India-born, Canada-based Nisha Pahuja will screen her documentary, The World Before Her, in select cinemas in India. The documentary will juxtapose the world in a Durga Vahini camp with the Miss India pageant
The cliche Bollywood dialogue goes that a woman is so much more — a daughter, a mother, a wife and so on. But in the case of Nisha Pahuja’s documentary, The World Before Her (TWBH), it would be wrong to watch it as a feminist film; it’s much more. From women who find the secret thrill in using rifle guns, to young Miss India 2011 contenders who find the redundancy in the wearing ‘skimpy clothes’ for the biking round — it captures the contemporary Indian woman who is neither idolised nor demonised but caught in her shades of grey.
14-year-old-Chinmayee at the Durga Camp Graduation Ceremony
The entire scape
After all, connecting the disparate worlds of a Durga Vahini camp and a Miss India beauty pageant are women who are probing ways to take to the podium irrespective of the focus on making bombs or being declared beautiful. Pahuja, an award-winning filmmaker, enjoyed the status of being the first who ventured into the zone of a Durga Vahini camp; Hindu militaristic camps that are supported by institutions such as the Vishwa Hindu Parishad. Pahuja has been inspired by Mumbai, and was inspired to film Suketu Mehta’s popular title, Maximum City. She had canvassed a film called Bollywood Bound, and somewhere, lost her love for the city.
Pooja Chopra posing for a photo shoot
TWBH had its origins in Mumbai, “I had come to the city for an event that was celebrating Yukta Mookhey’s crowning. When I saw what a big deal the pageant is in India, I wanted to explore it,” explains Pahuja.
Her distance and insight into the city are reflective of her compassion for her characters in TWBH. “Whenever I have been in Bombay, it feels like it’s India,” she shares, and has been coming to India for 16 years, adding, “I have been in love with Bombay as in my head I had given it a ’70s Bollywood soundtrack but the city had changed, somewhat. There is a kind of materialism now, which I don’t feel in sync with — that is somewhere passed off as modernity.”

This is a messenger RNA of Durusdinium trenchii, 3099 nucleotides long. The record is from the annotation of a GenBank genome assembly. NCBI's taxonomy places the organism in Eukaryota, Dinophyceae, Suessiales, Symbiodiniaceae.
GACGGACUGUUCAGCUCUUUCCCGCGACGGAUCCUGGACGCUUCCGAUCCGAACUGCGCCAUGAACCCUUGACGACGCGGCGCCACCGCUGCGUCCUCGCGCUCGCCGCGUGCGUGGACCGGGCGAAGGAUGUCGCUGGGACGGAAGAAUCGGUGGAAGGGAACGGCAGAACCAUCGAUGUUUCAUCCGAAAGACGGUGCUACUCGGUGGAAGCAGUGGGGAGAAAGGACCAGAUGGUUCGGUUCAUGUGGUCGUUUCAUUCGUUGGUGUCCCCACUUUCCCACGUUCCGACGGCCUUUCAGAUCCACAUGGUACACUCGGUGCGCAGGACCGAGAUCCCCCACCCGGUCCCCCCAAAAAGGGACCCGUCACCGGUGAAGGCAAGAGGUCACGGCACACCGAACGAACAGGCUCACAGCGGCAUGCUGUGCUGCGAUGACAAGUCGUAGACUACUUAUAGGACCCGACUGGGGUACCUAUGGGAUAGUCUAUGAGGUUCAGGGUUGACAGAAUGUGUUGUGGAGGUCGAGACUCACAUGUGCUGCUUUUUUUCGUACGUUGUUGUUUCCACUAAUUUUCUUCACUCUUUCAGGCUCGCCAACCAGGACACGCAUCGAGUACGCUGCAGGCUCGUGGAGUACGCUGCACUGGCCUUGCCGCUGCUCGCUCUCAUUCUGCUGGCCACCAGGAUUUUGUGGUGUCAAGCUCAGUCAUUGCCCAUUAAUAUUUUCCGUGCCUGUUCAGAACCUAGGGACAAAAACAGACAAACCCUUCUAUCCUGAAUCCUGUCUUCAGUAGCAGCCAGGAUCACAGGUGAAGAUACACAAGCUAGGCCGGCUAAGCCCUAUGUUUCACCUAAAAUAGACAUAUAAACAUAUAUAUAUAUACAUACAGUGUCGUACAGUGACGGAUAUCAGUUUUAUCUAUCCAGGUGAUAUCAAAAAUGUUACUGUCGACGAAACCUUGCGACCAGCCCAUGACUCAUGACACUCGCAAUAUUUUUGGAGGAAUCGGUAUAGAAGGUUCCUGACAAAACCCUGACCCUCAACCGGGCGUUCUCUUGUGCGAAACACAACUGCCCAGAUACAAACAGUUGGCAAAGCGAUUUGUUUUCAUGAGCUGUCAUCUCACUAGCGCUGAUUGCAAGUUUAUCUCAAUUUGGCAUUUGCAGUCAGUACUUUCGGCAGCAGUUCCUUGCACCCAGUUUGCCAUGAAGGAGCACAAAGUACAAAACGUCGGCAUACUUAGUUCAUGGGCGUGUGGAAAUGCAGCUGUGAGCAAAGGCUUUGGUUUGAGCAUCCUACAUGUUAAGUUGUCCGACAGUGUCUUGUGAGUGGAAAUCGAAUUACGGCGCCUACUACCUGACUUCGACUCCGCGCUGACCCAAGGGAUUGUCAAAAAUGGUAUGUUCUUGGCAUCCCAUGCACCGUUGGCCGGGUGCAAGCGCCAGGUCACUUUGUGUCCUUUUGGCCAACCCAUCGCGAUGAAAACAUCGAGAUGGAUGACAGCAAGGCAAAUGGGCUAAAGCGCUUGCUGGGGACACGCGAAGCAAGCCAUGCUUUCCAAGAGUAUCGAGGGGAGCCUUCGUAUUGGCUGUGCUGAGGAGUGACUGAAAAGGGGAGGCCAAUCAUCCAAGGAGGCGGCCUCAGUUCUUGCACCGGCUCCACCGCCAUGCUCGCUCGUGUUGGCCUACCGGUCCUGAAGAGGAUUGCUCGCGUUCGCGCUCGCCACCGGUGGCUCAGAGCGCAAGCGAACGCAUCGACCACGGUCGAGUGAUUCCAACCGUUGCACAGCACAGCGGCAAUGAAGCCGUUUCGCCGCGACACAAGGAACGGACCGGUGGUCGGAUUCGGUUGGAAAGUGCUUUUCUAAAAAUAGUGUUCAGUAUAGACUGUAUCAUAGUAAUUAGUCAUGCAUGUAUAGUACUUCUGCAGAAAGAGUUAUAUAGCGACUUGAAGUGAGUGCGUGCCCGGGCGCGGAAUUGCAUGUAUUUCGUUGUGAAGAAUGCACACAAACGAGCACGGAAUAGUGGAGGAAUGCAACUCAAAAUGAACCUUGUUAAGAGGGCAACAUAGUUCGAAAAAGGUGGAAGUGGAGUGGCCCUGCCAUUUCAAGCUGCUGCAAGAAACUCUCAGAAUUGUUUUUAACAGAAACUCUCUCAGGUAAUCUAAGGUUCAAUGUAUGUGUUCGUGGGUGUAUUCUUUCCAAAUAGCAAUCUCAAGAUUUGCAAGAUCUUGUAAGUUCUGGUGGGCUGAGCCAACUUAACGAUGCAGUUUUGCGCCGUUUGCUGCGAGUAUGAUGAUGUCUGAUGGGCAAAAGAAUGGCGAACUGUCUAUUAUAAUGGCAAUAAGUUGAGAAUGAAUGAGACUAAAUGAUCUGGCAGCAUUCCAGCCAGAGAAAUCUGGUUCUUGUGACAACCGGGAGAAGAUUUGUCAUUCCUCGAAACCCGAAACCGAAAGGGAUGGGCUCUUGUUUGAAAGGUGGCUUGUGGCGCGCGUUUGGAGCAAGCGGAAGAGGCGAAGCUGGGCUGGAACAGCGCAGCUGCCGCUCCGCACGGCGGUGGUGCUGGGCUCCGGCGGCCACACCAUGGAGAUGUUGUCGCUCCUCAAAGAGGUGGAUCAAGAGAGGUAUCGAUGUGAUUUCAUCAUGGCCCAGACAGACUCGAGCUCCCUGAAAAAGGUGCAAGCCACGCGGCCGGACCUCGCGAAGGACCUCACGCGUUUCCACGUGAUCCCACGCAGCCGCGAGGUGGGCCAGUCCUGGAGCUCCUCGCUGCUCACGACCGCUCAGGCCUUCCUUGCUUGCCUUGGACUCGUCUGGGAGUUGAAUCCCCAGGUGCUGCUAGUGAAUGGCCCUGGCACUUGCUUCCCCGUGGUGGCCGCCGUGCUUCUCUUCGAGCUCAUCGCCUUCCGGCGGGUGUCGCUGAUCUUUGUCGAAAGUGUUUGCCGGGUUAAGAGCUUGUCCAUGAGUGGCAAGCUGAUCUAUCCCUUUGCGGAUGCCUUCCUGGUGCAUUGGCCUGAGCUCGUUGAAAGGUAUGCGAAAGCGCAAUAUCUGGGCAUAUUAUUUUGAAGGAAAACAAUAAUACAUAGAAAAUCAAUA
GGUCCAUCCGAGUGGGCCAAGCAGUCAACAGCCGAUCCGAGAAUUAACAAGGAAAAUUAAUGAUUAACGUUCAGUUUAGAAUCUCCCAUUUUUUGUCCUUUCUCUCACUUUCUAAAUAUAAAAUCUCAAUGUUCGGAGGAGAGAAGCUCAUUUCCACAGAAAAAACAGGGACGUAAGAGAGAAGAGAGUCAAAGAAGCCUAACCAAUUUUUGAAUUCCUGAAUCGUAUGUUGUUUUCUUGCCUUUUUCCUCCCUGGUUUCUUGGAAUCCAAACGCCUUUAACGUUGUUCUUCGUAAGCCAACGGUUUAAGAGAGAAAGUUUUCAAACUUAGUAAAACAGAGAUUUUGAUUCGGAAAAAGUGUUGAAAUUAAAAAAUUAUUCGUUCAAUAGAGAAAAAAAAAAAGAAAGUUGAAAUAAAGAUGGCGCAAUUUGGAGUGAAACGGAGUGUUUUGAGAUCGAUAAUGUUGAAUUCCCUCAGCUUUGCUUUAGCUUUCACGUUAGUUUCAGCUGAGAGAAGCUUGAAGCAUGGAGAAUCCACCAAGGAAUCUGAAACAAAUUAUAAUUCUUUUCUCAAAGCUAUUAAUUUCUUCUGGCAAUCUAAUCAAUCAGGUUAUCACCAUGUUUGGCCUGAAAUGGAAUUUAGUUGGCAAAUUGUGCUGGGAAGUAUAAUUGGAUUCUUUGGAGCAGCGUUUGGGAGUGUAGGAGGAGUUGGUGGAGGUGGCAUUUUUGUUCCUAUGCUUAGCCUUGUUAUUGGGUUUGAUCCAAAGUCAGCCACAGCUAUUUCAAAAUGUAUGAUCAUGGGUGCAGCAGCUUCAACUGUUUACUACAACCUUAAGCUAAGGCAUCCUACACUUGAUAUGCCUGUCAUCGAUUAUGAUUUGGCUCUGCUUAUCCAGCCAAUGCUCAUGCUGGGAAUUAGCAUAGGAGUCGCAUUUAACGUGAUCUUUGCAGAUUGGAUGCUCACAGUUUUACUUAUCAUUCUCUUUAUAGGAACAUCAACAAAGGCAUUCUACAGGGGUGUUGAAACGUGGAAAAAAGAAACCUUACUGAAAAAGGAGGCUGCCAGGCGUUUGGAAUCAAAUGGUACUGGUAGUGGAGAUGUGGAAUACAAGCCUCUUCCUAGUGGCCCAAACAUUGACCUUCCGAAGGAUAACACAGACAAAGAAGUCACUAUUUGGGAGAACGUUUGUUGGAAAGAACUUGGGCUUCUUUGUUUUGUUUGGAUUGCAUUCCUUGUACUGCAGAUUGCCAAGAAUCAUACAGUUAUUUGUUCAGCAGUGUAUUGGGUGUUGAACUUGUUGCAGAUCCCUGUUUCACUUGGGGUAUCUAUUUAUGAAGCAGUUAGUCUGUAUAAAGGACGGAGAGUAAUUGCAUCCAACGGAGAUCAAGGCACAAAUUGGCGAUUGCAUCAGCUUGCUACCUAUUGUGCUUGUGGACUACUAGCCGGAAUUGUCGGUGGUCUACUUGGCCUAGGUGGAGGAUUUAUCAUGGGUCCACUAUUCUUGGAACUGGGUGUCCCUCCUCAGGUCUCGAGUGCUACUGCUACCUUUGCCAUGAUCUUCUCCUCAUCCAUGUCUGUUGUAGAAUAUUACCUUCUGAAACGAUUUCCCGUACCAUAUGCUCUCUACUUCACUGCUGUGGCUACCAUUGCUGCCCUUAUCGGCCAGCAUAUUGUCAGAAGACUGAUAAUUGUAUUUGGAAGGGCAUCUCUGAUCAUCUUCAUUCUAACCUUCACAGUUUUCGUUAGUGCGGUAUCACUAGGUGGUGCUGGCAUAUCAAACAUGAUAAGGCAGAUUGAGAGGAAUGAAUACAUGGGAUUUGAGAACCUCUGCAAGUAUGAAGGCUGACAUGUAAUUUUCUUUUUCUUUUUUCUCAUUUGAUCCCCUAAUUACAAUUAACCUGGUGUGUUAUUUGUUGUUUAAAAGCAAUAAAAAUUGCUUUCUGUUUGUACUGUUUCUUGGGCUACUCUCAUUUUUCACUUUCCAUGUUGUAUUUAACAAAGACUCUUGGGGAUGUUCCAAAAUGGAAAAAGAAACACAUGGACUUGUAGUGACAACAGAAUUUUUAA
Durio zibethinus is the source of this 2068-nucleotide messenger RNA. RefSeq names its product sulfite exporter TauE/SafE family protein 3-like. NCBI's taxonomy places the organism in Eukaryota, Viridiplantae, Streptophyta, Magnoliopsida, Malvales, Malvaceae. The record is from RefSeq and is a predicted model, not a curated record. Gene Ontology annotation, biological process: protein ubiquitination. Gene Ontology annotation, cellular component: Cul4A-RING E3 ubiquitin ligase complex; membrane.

Renuka learns to use rifle at a Durga Vahini Camp
Sense and sensibility
Hinged on the modern, a gamut of people be it Ruhi, the girl from Jaipur; Akanksha who was sent to a monastery in Ladakh for eight years as a child (and who eventually gets crowned) and Prachi Trivedi, who Pahuja’s regards as “the film’s strongest character” illustrate the sham of materialism paraded as a cosmopolitanism that the girls try to find themselves through.
Camp leader, Prachi, addresses a group of girls. She remained Pahuja’s favourite character in the film
While they oscillate between marriage and making bombs, it’s the people around that give insight into how the gender is perceived. The Toronto-based 46-year-old shares, “I had the most sympathy for Prachi,” as she is stuck between the Durga camp’s ideals and an independent identity. Ironically, it was the camp where the shoot was smoother except the first day, when the camp decided to let the cameras in; they refused after being chased for two years.
She says, “I had told them that now that I have started, you’d have to drag me out as I am not stopping before this is completed.” With Anurag Kashyap presenting the film and a kickstarter campaign to encourage its screening across India, she has her hands full.
The six-month kickstarter campaign launches on March 8. LOG ON TO www.kickstarter.com
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